Medicinal plant farmer groups in India receive top sustainability and quality certification

As small-scale farmers work to satisfy the global demand for ethically sourced herbal supplements, Solidaridad continues its work in India to promote the responsible and sustainable cultivation of medicinal and aromatic plants (MAPs). Recently, Solidaridad supported two farmers’ groups in their efforts to achieve a voluntary certification which ensures the quality of their agricultural products.

Lakhan Pathak, leader of the Krishak Jagriti Manch, at his farm in India.

The Retam Farmer Producer Company Ltd. and Krishak Jagriti Manch Producer Group, have both received a certification from the Quality Council of India (QCI) under the Voluntary Certification Scheme for Medicinal Plant Produce (VCSMPP) of the National Medicinal Plants Board (NMPB). The NMPB, under the Ministry of Ayush, Government of India, promotes the cultivation, conservation, and sustainable use of medicinal plants in India.

Both Retam, a farmer producer company formed in February 2022 and currently with 395 members, and Krishak Jagriti Manch, a registered group of 40 farmers formed in December 2022, are based in the state of Madhya Pradesh. The two organizations produce ashwagandha (Withania somnifera), an evergreen medicinal plant commonly used to address stress.

“Securing certification from the Quality Council of India is a boon for us farmers, especially when dealing with medicinal products,” said Lakhan Pathak, a resourceful medicinal-plant farmer and the leader of the Krishak Jagriti Manch.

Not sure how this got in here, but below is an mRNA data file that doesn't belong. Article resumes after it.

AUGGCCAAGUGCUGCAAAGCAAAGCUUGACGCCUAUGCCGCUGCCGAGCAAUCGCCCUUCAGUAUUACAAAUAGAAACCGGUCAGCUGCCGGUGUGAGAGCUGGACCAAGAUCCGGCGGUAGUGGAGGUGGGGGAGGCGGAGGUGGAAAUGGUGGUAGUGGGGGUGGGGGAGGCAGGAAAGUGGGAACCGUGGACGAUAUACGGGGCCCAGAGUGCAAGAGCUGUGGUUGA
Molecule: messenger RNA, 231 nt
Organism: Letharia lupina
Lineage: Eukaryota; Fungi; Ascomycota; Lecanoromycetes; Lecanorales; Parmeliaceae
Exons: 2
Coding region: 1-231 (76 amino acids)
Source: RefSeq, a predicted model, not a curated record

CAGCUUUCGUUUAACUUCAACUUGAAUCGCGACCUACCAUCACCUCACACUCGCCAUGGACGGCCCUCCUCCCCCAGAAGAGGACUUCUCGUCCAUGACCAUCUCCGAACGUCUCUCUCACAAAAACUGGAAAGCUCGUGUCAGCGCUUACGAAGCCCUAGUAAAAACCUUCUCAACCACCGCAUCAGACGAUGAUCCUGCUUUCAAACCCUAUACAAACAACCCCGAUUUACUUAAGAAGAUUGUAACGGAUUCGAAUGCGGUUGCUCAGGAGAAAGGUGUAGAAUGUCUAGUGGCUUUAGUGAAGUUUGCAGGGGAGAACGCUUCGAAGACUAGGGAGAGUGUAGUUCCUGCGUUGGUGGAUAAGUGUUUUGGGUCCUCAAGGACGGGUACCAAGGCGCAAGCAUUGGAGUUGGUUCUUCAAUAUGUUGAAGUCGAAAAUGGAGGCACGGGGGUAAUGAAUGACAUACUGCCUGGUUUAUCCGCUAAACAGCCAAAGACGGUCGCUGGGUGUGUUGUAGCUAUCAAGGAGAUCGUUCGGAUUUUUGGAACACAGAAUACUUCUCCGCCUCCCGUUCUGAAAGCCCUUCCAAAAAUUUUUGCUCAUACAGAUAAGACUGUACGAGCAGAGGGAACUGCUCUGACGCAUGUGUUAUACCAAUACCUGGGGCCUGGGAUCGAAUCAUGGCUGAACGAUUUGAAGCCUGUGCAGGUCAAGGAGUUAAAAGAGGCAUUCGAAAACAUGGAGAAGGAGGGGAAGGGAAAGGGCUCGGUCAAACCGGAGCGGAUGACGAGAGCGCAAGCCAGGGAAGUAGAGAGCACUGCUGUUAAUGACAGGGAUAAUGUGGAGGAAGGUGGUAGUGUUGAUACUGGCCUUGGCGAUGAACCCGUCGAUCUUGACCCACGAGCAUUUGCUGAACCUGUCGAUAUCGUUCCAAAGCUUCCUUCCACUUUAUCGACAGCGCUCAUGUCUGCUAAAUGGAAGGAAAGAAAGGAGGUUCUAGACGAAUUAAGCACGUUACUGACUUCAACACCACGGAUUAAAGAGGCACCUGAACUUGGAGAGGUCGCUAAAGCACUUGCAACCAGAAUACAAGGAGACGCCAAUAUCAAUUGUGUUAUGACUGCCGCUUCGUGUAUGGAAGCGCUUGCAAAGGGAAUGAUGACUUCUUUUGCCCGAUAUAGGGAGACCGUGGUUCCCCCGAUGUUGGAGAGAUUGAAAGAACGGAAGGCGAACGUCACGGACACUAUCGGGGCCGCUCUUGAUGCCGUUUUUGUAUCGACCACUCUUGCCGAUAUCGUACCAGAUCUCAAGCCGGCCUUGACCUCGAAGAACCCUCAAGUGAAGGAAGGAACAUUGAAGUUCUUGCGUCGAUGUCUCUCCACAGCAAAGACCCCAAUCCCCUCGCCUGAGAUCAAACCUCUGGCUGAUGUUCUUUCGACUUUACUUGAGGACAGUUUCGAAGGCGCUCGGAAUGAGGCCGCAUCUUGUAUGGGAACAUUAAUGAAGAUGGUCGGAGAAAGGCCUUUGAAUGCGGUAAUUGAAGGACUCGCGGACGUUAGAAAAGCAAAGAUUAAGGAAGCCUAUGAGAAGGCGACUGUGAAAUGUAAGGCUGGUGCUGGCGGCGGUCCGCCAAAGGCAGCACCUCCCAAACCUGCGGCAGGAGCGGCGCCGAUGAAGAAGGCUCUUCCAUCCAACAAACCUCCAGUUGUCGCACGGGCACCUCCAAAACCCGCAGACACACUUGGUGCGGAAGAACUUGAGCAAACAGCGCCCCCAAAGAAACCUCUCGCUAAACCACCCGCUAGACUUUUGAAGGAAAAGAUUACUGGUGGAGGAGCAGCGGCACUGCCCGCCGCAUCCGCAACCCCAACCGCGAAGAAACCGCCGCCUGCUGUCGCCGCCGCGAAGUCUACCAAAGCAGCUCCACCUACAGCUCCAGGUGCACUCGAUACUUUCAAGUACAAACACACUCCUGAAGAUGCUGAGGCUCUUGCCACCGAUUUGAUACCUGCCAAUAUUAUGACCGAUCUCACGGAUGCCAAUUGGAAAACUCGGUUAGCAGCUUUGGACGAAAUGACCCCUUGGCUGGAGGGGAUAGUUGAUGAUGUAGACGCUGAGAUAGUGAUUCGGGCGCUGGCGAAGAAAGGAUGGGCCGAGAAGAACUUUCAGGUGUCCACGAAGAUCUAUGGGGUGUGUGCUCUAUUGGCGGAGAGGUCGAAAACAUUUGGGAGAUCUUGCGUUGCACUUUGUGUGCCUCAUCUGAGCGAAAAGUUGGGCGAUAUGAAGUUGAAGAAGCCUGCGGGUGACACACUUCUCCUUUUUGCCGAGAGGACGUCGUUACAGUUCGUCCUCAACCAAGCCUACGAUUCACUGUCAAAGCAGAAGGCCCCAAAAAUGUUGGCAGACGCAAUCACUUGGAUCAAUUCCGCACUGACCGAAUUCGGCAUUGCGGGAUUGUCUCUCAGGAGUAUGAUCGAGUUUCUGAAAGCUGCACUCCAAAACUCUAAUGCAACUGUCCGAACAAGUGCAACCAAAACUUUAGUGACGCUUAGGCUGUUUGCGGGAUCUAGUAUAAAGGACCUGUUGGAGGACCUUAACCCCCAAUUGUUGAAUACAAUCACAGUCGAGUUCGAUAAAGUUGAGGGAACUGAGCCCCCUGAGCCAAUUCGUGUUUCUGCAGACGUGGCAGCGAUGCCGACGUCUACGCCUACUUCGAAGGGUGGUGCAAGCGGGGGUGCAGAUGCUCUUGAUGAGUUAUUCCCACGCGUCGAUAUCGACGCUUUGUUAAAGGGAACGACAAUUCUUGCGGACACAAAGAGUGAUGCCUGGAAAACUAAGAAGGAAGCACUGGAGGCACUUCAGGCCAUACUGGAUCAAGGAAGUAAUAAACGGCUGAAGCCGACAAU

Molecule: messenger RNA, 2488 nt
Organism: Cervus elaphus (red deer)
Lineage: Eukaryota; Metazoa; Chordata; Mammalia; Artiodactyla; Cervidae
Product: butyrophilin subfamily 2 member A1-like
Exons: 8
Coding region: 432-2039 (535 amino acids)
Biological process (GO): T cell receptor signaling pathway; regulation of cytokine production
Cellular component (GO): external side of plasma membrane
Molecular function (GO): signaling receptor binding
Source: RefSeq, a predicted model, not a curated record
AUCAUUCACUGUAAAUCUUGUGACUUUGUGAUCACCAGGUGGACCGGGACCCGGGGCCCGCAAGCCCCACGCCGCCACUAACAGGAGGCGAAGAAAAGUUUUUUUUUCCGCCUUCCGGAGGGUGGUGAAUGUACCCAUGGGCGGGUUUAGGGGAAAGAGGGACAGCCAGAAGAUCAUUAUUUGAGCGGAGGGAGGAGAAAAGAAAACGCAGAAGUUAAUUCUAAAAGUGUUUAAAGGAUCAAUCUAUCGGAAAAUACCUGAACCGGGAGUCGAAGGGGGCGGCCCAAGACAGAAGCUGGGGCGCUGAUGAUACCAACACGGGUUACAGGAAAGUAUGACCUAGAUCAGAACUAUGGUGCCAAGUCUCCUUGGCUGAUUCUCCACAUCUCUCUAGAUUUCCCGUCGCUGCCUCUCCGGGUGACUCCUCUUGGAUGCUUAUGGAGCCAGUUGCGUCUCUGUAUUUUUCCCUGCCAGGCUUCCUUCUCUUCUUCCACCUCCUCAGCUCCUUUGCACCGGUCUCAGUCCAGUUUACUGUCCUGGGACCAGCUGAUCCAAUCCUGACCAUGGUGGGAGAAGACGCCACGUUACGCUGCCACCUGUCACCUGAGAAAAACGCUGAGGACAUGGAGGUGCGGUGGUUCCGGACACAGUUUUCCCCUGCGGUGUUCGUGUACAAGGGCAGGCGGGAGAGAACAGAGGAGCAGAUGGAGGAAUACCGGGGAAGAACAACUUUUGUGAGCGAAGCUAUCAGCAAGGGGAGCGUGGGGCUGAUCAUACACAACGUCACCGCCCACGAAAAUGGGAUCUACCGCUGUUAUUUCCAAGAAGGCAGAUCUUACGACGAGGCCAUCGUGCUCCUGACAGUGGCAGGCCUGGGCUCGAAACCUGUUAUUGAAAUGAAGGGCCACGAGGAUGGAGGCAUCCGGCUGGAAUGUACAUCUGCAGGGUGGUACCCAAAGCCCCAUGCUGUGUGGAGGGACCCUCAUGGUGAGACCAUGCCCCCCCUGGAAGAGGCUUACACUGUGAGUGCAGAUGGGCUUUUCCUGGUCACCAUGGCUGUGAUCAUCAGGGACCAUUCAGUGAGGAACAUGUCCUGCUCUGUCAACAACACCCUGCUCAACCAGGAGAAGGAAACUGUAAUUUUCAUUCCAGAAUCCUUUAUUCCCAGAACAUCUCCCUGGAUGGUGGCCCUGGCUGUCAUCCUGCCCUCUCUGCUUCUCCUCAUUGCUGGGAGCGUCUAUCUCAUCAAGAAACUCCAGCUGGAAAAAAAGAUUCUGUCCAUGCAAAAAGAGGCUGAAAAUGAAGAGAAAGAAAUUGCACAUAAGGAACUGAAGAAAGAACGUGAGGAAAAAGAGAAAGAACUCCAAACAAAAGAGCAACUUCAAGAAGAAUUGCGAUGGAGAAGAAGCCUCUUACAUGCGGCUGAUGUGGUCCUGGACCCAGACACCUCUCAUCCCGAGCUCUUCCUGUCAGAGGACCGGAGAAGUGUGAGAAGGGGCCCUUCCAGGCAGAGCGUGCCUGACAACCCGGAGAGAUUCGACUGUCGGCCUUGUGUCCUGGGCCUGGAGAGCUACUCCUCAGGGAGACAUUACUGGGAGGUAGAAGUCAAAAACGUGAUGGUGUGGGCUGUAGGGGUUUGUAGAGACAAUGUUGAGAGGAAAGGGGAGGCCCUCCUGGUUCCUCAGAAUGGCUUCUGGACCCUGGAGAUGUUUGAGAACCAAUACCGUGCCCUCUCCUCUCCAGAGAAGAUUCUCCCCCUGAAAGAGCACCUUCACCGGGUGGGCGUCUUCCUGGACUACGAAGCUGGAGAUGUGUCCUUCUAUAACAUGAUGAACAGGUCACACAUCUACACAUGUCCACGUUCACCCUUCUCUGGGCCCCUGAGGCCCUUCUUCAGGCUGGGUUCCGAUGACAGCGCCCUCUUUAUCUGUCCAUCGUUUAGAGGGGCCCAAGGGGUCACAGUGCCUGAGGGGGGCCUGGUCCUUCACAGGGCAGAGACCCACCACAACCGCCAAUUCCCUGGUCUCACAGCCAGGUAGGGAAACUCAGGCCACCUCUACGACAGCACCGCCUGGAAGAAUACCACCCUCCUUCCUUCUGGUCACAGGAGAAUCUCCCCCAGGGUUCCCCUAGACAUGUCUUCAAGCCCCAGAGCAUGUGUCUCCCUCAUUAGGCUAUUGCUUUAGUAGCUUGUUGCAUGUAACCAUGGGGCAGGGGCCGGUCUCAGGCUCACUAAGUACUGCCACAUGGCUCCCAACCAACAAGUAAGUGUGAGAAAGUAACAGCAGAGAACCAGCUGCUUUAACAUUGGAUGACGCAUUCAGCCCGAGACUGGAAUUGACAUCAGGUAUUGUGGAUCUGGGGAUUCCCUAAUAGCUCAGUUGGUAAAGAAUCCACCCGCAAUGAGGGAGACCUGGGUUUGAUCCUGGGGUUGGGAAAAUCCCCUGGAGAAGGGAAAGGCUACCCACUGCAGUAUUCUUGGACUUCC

He goes on to say that, “Selling crops with healing properties is no easy feat, but this certification serves as our shield. It vouches for the purity and effectiveness of our produce, making it easier for customers to trust in the healing power of our harvest. It also unlocks the doors to the market.”

For individual farmers like Lakhan, these producer groups, supported by Solidaridad under the Sustainable Medicinal and Aromatic Plants (Sustainable MAPs) programme, provide greater access to larger and more diverse markets and supply chains. The project helps farmers avail themselves of government equity plans and subsidies which exist to support the medicinal plant sector, while enabling groups like Retam to procure agricultural inputs at lower prices. 

Moreover, due to the increased exchange of knowledge, cultivators are able to diversify their products and stay up-to-date on the latest agricultural trends and innovative farming techniques to manage the risks associated with weather and market fluctuations. The interventions have led to increased prosperity among the farmers, with Retam achieving a turnover of ₹17.50 lakh (21,000 USD/19,091 EUR) since its inception.

MAPs have great potential to contribute significantly to India’s export earnings. This certification will boost our farmers’ confidence to improve medicinal plants’ cultivation. They will certainly get better market access for their products which will eventually support their livelihood.

Dr. Suresh Motwani, General Manager, Solidaridad

Certification as a journey 

The Quality Council of India conducted a rigorous assessment of Retam and Krishak Jagriti Manch as part of the certification process. It involved a thorough assessment of agricultural parameters, including cultivation practices, harvesting methods, post-harvest handling, and storage practices. Additionally, the evaluation took into account compliance with environmental and ethical standards that are used to ensure the sustainable and responsible production of medicinal plants.

Women working at a medicinal plant farm in Sehore, Madhya Pradesh, India.

The certification not only validates both groups’ adherence to quality and sustainability standards, but it positions them as key players in the burgeoning market for medicinal and aromatic plants. It is an accomplishment that reflects their dedication to promoting health, environmental responsibility, and the sustainable growth of the medicinal plants sector. The certification process is based on criteria that include: